All figures from Warlord Games.
From the BCW Project: British Civil Wars Project:
Though created a baronet in Janurary 1642, Sir John Gell supported Parliament on the outbreak of the English Civil War eight months later. He was commissioned by the Earl of Essex to secure Derbyshire for Parliament and made his base at Derby, where he raised infantry and cavalry regiments and a small train of artillery. As Derby had no castle or walls, Gell ordered the construction of extensive earthworks around the town.
Sir John Gell
Gell's enemy Lord Chesterfield seized early in 1643 and Gell joined Lord Brooke at the siege of Lichfield in March, taking over command of the Parliamentarian forces after Brooke was killed. When Lord Chesterfield surrendered Lichfield two days after Brooke's death, Gell sent him to London in chains.
Gell then joined forces with the Cheshire commander Sir William Brerteton with the intention of marching against Stafford. They clashed with the Midlands Royalists at the battle of Hopton Heath where the Earl of Northampton was killed. When the Earl's son refused to return the artillery captured at Hopton Heath or the money Gell had paid to embalm the body, the corpse was paraded through the streets of Derby before its burial at All Hallows Church.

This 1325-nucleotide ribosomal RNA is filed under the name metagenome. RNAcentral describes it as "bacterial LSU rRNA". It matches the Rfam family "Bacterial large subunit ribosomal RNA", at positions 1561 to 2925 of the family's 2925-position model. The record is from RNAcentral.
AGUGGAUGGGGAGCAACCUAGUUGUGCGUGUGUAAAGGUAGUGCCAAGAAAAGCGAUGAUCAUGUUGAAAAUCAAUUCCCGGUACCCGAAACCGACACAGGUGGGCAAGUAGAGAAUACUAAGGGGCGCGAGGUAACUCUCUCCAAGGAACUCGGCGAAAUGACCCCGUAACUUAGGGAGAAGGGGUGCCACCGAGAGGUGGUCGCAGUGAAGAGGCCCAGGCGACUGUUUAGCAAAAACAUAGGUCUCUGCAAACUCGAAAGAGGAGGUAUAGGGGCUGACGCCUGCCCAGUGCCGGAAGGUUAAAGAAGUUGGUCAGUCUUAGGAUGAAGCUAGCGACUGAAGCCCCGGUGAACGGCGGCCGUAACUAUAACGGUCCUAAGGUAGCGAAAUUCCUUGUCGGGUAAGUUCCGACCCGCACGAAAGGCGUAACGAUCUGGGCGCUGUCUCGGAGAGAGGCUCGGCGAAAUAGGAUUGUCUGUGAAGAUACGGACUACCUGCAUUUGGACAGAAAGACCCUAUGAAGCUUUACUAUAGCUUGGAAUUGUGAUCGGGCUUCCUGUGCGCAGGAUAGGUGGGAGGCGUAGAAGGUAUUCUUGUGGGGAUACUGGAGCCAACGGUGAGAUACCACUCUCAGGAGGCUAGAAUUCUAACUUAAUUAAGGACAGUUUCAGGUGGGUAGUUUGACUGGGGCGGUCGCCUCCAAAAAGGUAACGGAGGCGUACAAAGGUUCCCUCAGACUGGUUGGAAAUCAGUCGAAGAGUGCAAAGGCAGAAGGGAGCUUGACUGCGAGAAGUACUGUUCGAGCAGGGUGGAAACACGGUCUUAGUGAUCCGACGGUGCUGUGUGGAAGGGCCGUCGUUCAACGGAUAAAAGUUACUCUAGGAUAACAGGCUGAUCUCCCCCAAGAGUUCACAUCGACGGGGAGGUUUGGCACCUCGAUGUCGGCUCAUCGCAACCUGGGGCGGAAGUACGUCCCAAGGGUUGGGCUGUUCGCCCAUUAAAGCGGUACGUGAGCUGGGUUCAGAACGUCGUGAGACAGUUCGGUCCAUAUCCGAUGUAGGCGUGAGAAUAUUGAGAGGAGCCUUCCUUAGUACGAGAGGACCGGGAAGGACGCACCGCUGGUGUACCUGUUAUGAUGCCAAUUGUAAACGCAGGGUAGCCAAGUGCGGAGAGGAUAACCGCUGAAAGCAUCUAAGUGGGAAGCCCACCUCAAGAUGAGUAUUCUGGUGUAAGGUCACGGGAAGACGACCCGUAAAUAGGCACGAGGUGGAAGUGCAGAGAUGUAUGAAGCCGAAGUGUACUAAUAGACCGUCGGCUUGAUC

In 1643, Gell was appointed commander of Parliament's forces in Derbyshire, Staffordshire and Warwickshire. Gell's troops became notorious for plundering and he used his dominance of the Derbyshire county committee to secure important appointments for his friends and relatives which led his opponents to complain to Parliament. Gell's loyalty came under suspicion when he failed to obey an order to bring his troops from the Midlands to join Fairfax on the Naseby campaign in 1645. At the siege of Tutbury Castle in 1646, he offered the Royalist defenders his own favourable terms for surrender in opposition to those offered by his fellow commander Brereton.
In 1648, Gell attempted to secure a pardon from Charles I during his imprisonment at Carisbrooke Castle by offering to lend him £900 in gold. In 1650, he was found guilty of plotting against the Commonwealth and imprisoned in the Tower of London until 1652, after which he lived quietly in London. At the Restoration, Charles II pardoned him for his role in the civil war and granted him a position at court, where he remained until his death in October 1671.